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Old 10-05-2013, 05:11 AM
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Brian, when I took the photo the chassis stamp just hadn't been painted black yet. You are correct it is a very thin layer of black paint. The smuggler box lid was painted black on the inside, and this is why you often see black overspray on the painted surface below the smuggler box where the chassis stamp. Depending how well the smugglers box was masked off black paint sprayed through where the hinges are and left an impression that looked similar to the lid shape.
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1974 Carrera 2.7 MFI | 1975 Turbo 3.0 | 1976 Carrera 2.7 MFI Sondermodell | 2012 Cayenne S
SOLD >> 1975 Carrera 2.7 MFI | 1977 Turbo Carrera 3.0 | 1986 Carrera 3.2 | 2004 GT3
Old 10-07-2013, 02:26 PM
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This build log is fantastic.
Having a '76 Carrera 3.0 myself & wanting to do a full resto on it this is just what I have been looking for.
Will keep a close eye on it.
Q. What colour is the final coat. Some pic's it looks like silver other, Platinum??
My C3 is Platinum.
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Old 10-07-2013, 05:19 PM
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936 Silver Metallic
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1974 Carrera 2.7 MFI | 1975 Turbo 3.0 | 1976 Carrera 2.7 MFI Sondermodell | 2012 Cayenne S
SOLD >> 1975 Carrera 2.7 MFI | 1977 Turbo Carrera 3.0 | 1986 Carrera 3.2 | 2004 GT3
Old 10-07-2013, 07:10 PM
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Any pics or details about your fuel tank?

What did you use to restore the outside?
Any paint color code?
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Old 10-07-2013, 11:16 PM
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i just came across this thread, very cool resto any updates?
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Old 06-15-2014, 03:14 PM
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One thing I am not totally positive about, but the oil drain plug should not be the one you have pictured. In Germany to prevent people from doing their own oil changes, Porsche, did not install a drain plug. I know this because I discovered mine did not have a drain plug and someone chimed in and gave me the background history.
I only mention this only because you are trying to maintain originality wherever possible.
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Old 07-18-2014, 10:45 AM
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I've never heard this story...and can't find any data to confirm, but do find people referring to it as an "urban legend". In both the German and US PET parts catalog it seems the same identical drain plug and cover is listed, though the parts catalogs were updated over the years so they aren't that reliable for details like this. I found a photo of one other 911 that had the cover without a drain plug.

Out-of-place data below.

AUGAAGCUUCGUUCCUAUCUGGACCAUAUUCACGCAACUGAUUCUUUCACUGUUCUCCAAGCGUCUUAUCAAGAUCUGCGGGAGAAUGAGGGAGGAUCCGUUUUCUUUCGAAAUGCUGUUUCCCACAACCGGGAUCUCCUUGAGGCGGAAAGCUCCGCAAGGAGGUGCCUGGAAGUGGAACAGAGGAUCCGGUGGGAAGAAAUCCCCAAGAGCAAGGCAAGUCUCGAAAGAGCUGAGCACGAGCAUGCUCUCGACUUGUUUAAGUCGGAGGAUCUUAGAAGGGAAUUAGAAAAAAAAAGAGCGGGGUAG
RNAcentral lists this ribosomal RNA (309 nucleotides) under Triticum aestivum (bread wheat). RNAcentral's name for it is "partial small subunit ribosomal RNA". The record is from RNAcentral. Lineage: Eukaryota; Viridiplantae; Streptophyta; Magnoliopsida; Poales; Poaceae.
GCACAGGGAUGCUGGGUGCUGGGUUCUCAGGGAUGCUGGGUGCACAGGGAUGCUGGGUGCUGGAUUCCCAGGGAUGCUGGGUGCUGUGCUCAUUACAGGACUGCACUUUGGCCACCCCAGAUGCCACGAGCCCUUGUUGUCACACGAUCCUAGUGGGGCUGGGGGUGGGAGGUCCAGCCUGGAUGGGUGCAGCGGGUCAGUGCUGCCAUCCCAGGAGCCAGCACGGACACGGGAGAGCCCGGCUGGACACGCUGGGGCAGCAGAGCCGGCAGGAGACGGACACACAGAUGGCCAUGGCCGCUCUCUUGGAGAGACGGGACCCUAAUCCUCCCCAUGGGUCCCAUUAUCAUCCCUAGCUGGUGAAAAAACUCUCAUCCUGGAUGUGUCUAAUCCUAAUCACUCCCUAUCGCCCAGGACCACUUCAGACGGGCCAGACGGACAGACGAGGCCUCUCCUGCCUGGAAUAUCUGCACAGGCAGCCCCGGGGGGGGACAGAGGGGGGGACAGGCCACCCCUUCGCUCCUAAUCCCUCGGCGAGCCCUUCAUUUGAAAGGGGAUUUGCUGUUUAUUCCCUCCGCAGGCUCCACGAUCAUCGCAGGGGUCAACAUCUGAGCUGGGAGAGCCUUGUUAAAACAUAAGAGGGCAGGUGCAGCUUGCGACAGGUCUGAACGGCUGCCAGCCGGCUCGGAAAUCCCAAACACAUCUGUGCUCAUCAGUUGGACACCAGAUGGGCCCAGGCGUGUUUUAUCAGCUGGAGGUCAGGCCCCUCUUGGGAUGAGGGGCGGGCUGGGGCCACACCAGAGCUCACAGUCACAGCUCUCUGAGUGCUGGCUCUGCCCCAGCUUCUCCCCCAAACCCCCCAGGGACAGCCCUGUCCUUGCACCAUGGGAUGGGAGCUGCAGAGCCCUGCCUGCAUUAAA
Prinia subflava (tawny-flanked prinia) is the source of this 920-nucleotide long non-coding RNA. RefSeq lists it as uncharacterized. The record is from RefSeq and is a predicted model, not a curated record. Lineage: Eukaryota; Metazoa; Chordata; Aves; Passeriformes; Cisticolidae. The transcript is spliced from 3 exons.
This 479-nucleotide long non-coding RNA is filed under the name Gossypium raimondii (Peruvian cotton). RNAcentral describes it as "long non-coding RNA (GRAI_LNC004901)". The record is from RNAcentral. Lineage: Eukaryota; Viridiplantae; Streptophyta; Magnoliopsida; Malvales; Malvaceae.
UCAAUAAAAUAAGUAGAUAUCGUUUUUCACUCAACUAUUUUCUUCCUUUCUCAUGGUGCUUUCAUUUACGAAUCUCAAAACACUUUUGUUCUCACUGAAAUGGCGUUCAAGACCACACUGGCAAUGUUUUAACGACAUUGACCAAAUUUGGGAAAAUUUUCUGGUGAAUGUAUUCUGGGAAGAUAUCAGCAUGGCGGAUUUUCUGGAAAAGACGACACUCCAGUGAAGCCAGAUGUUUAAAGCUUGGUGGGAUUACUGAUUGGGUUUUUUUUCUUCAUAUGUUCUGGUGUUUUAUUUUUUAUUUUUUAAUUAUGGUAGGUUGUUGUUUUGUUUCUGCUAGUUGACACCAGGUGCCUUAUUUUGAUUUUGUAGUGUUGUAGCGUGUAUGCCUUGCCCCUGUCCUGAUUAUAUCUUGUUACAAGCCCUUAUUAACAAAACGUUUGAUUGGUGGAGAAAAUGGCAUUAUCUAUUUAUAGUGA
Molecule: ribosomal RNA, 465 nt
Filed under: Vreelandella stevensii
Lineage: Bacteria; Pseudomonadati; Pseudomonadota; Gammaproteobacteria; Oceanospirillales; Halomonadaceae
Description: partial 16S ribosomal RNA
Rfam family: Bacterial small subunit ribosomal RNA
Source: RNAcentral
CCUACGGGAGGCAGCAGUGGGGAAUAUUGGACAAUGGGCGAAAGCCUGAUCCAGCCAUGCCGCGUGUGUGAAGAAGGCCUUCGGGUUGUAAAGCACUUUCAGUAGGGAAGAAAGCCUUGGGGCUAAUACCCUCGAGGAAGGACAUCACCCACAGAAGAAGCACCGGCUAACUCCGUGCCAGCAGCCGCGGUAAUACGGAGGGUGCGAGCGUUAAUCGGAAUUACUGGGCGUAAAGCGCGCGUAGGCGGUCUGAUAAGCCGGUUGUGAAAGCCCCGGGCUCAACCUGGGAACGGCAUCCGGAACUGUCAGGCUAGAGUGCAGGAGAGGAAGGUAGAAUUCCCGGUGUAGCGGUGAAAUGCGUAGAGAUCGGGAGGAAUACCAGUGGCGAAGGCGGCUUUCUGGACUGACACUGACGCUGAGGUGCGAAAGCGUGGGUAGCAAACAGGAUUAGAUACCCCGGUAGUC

Actually from what I've read these oil sump plates without the plug are from later 911s (1983 and later) when they moved the drain plug from the sump plate to the block. I suspect those without the drain plug on earlier 911s are actually later replacements where someone ordered the wrong part.
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1974 Carrera 2.7 MFI | 1975 Turbo 3.0 | 1976 Carrera 2.7 MFI Sondermodell | 2012 Cayenne S
SOLD >> 1975 Carrera 2.7 MFI | 1977 Turbo Carrera 3.0 | 1986 Carrera 3.2 | 2004 GT3

Last edited by rsnodgrass; 07-18-2014 at 10:20 PM..
Old 07-18-2014, 10:14 PM
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According to my mechanic, the factory simply stopped providing sump plates with a drain plug, without rhyme or reason. People started speculating that it was to force them to go to the dealer for oil changes, or to buy the gaskets, also thereby risk making a big mess by removing the whole plate. Some said that the have been cases of ripped plugs by bottomoing the engine out.
Most likely, the factory did what they do best about owners of older (less profitable for them) cars: not care.
Old 07-19-2014, 01:54 AM
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Awesome work I love it when they are brought back ..............
Old 07-19-2014, 02:15 AM
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Any updates on this build? A beauty!
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Old 01-04-2015, 09:44 AM